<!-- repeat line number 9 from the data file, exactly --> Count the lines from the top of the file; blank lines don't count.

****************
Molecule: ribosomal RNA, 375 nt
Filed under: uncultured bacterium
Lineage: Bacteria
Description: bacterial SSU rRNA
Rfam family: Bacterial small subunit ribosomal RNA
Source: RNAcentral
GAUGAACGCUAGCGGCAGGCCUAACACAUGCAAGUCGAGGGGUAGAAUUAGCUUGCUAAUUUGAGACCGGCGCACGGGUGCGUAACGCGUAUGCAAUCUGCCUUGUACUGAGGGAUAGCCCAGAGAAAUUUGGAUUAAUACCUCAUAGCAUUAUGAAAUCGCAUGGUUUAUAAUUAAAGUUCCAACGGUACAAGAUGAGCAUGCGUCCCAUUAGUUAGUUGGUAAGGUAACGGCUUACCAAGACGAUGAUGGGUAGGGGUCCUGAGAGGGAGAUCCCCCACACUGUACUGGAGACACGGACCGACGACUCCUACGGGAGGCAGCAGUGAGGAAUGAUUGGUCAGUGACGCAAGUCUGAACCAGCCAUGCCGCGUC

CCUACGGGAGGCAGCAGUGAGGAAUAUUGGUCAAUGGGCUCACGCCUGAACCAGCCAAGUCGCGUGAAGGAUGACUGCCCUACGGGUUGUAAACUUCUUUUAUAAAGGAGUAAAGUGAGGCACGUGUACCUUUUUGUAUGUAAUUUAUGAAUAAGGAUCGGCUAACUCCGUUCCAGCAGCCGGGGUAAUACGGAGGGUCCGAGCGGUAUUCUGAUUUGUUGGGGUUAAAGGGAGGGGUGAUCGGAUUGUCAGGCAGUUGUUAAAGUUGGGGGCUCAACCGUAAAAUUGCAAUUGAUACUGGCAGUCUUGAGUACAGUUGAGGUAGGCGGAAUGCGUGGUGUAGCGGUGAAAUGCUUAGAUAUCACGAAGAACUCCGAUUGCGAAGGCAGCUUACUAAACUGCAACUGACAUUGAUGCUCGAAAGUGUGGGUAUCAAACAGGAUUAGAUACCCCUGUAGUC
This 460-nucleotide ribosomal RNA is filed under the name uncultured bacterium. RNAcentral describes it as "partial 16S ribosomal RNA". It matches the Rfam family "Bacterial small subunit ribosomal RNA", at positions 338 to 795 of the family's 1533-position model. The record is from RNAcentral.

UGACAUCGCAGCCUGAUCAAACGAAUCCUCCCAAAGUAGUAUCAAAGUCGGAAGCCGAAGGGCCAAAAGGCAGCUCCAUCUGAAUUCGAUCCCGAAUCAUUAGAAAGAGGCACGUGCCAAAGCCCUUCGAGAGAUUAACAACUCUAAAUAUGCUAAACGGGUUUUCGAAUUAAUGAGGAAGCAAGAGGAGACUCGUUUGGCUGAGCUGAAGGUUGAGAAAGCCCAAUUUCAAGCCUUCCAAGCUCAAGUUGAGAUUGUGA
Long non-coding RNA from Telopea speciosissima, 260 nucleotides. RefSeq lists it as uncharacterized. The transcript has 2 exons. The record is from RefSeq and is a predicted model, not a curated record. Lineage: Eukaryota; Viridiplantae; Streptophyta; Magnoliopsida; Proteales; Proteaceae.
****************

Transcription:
This 460-nucleotide ribosomal RNA is filed under the name uncultured bacterium. RNAcentral describes it as "partial 16S ribosomal RNA". It matches the Rfam family "Bacterial small subunit ribosomal RNA", at positions 338 to 795 of the family's 1533-position model. The record is from RNAcentral.